Washington: CPI (M) leader Sitaram Yechury has said that Anna Hazare`s movement against corruption might have evoked a mass appeal, but a Lokpal Bill was not the single answer to the bane of corruption in India.
Speaking on the issue of `Corruption and Governance in India` organised by the Stanford Center for International Development, Yechury said while his party had always stood for bringing in the Lokpal Bill, a more "holistic" approach was needed to fight corruption.
He said ending corporate funding to parties was a part of the solution, so was the need to address corruption in judiciary.
Yechury lashed out at the process of economic reforms in India, which he said had resulted in a state of "crony capitalism" and the evolution of corruption into different forms.
"The most important effect of corruption today was that it was denying citizens their rightful due," Yechury said, citing the huge losses in the 2G spectrum scam, money that could have been used to subsidise food or education.
Highly critical of the type of economic liberalisation being ushered in India, he said it had led to "crony capitalism" and creation of two different Indias - "one the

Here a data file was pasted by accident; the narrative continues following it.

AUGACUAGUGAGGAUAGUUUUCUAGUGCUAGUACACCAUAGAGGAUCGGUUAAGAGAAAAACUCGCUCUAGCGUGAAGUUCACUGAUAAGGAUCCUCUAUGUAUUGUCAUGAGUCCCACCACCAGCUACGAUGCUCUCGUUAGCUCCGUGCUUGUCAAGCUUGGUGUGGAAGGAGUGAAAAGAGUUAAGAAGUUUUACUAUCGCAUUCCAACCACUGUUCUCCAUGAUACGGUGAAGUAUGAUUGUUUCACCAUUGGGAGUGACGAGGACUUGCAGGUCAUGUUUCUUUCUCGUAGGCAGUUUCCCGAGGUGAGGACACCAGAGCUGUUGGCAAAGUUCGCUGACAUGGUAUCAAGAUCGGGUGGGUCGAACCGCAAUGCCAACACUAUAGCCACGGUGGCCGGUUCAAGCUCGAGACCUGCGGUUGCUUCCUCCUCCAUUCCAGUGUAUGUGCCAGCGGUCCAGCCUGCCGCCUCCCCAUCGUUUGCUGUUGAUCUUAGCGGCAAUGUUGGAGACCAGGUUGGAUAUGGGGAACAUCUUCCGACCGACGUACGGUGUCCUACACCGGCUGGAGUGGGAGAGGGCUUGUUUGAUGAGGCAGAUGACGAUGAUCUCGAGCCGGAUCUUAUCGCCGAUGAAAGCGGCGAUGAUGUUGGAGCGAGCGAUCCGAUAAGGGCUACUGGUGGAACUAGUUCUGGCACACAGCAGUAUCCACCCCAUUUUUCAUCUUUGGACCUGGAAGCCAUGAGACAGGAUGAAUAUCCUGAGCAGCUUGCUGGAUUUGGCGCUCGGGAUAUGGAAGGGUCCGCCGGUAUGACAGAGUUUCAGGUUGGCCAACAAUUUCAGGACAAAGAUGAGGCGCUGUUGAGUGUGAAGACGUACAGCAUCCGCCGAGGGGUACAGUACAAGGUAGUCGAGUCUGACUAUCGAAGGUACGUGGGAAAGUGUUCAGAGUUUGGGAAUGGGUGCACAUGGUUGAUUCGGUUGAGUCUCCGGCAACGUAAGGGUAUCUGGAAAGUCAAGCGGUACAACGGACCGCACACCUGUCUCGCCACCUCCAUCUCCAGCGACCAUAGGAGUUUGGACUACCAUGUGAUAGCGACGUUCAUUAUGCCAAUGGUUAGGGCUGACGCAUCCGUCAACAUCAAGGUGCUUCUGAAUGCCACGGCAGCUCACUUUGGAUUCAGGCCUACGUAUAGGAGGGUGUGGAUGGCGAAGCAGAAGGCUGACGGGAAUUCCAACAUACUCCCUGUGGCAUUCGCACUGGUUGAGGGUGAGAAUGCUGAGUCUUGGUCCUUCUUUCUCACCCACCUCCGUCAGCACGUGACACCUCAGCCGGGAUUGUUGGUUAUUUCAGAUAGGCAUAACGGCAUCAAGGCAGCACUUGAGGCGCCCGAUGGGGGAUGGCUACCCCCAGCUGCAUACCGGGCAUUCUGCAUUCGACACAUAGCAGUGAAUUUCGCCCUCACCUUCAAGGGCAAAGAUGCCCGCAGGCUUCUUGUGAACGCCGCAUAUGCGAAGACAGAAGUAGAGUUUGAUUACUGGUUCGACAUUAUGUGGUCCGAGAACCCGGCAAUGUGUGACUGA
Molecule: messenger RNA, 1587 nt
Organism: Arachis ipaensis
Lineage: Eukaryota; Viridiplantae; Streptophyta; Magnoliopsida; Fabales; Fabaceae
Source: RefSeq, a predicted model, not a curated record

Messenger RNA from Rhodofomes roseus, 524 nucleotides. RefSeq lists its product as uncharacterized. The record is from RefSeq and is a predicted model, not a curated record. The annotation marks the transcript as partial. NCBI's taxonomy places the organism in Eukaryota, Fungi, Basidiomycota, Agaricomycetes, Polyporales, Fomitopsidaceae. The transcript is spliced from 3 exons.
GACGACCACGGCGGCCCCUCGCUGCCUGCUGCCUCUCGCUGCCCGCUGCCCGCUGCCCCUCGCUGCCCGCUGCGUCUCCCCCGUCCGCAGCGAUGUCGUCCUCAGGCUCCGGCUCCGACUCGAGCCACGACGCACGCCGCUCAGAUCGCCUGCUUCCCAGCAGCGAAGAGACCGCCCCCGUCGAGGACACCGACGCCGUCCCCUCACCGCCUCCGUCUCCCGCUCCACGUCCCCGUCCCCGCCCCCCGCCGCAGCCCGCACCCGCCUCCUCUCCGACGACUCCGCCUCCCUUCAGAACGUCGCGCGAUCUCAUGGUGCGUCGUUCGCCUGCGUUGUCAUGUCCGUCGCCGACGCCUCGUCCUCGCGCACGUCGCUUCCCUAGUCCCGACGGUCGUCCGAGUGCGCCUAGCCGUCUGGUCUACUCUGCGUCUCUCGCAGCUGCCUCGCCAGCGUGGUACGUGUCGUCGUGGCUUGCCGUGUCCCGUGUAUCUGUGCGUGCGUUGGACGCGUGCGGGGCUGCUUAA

Global Shining India and the other - the deprived India (which) people do not speak of much".
On Anna Hazare and his anti-corruption campaign, Yechury said renunciation had a great mass appeal in India but "Lokpal would not be the single answer to the bane of corruption".
"A holistic approach would be needed," he said, adding that Lokpal would be a part of it.
Yechury also stressed on the need for eliminating the use of money power in election and addressing the pressing issue of judicial corruption.
He said the involvement of corporates in donations to parties needs to be made illegal.
Referring to what he called the changing nature of corruption in a liberalised India, he said while the old forms of corruption like in acquiring licenses had waned, new forms in acquiring mining leases had gone up exponentially.
He also lamented the fact that money power that such corruption had created was distorting elections.
Disagreeing with the contention that the reform process has to be depoliticised, he said only accountability to Parliament will lead to a debate about whether the reforms were in right direction.
However, the Parliament too had failed to meet regularly and deliver its responsibility, he lamented, pointing out how three years back the parliament had met for only 46 days in a year.
To a question on whether the CPI-M would be relevant in 15 years time, Yechury remarked that as long as what the CPI-M has to say is relevant the CPI-M will remain relevant.